‘TRUNK TALES’ lives up to Neelam Mansingh’s unique presentation style
Neelam Mansingh Choudhry is a well-known name in Hindi theatre world. A student of Ebrahim Alkazi at the National School of Drama, she has been running her group, The Company in Chandigarh since 1983. Her work always shows the high standards of production in her presentations, displaying the values inculcated by Alkazi in his students. Her plays like Kitchen Katha, Yerma, Naked Voices, Nagmandal etc. have received loud applause from the public, as well as received rave reviews from the critics. Her work has also earned her well-deserved international recognition.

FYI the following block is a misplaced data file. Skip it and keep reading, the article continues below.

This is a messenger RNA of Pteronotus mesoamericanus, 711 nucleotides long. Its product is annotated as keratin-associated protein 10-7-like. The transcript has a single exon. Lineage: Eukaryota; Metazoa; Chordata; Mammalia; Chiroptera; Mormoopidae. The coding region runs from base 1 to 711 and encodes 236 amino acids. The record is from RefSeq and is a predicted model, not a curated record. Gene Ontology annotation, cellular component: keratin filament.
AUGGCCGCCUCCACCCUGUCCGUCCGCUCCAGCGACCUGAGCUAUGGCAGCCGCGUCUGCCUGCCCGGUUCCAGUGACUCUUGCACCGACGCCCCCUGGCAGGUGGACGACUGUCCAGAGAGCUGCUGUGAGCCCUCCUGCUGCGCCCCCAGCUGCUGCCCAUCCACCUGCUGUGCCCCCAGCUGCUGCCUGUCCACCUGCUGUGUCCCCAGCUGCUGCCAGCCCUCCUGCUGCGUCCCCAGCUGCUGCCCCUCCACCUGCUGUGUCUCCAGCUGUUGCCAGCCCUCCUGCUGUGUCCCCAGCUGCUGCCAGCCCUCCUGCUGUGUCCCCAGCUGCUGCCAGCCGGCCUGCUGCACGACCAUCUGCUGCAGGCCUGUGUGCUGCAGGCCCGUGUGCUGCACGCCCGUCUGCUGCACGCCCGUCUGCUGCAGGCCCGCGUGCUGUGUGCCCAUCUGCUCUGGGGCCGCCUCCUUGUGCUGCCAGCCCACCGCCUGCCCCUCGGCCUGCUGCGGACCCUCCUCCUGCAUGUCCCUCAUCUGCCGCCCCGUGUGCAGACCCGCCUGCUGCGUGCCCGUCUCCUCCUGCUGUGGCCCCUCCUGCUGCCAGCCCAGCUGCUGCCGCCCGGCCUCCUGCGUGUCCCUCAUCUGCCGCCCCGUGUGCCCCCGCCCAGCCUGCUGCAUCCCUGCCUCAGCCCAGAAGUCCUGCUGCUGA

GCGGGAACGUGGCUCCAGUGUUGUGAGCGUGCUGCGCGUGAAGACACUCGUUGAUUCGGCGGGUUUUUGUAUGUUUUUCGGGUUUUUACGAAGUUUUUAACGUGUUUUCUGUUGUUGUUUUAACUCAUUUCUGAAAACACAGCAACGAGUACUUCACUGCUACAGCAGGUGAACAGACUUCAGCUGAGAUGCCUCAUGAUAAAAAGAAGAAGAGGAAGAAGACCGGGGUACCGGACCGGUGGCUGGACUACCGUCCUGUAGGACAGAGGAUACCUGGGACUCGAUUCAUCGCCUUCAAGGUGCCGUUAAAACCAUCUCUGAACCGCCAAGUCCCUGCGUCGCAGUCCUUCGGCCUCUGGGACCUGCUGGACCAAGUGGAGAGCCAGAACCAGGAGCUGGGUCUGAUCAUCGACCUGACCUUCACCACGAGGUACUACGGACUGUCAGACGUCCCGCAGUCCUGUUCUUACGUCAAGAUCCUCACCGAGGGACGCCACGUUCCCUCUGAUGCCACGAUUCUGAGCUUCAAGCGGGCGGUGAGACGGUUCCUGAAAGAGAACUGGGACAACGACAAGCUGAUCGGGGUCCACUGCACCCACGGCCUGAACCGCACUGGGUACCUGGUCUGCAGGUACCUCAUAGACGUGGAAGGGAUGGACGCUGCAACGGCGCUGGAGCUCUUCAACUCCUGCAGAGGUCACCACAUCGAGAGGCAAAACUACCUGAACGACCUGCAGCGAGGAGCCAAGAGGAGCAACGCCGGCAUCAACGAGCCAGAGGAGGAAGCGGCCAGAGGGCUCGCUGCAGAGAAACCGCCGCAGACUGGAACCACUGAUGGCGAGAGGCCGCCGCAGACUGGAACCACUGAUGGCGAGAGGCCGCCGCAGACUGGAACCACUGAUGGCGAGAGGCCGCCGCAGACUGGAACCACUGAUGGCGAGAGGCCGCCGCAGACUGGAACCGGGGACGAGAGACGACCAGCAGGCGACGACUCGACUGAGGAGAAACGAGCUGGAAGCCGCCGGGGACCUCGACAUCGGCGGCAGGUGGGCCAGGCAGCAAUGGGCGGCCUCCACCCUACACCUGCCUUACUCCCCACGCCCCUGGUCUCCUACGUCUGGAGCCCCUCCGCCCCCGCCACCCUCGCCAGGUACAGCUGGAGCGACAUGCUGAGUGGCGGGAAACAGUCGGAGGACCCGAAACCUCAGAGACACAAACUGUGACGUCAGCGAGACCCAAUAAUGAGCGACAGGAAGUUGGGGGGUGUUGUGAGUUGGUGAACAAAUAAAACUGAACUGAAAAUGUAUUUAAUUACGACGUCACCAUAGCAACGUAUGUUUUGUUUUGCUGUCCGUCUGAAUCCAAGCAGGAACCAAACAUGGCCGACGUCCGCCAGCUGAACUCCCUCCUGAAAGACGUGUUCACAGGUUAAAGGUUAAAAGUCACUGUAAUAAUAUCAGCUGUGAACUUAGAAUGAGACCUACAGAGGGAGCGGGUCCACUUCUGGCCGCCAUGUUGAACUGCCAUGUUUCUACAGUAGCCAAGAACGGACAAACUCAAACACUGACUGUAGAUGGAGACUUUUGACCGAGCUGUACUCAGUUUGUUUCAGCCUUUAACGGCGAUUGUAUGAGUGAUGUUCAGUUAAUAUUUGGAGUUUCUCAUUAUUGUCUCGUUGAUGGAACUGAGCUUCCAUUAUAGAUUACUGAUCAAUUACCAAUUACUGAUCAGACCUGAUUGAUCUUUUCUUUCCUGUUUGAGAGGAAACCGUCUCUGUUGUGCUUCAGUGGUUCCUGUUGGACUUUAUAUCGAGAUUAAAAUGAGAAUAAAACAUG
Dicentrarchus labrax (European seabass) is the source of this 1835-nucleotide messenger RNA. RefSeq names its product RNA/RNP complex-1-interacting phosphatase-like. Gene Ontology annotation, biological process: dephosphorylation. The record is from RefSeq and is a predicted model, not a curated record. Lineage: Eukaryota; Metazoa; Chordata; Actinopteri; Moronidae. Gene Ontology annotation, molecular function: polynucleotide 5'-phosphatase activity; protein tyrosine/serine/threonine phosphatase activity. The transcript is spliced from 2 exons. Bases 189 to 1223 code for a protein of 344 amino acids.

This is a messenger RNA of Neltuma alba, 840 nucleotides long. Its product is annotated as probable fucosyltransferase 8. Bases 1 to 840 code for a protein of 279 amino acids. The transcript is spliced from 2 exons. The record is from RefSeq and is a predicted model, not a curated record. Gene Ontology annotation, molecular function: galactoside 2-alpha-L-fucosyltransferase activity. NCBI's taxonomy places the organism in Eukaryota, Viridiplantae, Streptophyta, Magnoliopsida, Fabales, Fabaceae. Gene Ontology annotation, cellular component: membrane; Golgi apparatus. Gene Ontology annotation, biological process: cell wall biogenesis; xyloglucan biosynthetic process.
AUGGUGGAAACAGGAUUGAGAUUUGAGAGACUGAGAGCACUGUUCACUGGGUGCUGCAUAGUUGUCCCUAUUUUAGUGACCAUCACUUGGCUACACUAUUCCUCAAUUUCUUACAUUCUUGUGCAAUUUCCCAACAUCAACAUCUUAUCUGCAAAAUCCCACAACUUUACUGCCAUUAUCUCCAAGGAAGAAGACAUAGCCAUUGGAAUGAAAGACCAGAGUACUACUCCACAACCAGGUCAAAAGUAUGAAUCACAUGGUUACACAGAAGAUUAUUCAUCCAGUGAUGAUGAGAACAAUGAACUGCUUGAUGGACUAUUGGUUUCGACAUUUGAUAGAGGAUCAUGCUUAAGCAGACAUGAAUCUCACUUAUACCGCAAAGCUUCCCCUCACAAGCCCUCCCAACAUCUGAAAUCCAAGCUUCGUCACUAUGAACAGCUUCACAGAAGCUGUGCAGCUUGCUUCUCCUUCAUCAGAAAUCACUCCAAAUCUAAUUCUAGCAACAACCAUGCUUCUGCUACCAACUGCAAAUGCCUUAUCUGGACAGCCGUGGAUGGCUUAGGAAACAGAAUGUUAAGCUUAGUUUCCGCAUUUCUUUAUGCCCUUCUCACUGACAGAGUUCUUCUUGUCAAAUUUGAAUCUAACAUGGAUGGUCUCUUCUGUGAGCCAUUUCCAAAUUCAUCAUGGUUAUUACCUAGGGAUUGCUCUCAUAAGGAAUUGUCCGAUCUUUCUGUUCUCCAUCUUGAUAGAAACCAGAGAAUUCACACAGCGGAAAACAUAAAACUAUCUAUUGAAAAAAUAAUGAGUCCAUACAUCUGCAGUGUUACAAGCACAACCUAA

Recently she brought her Hindi/English/Punjabi play ‘Trunk Tales’ to the IHC Theatre Festival in Delhi. It was a solo performance, although bearing the same old well-known mark of hers on the production. Her plays are generally based on her everyday observations and experiences of day-to-day life. She is master of creating magical moments out of the daily mundane chores of household. Remember the childhood games… ‘Akkad bakkad bambe bo assi nabbe poore sau…’, or ‘Machhli jal ki rani hai…’? That innocence of the childhood was present on the stage in this play… the innocence, which remains with us through our life-time, but which also becomes the ‘other’ thing of our life as we grow old!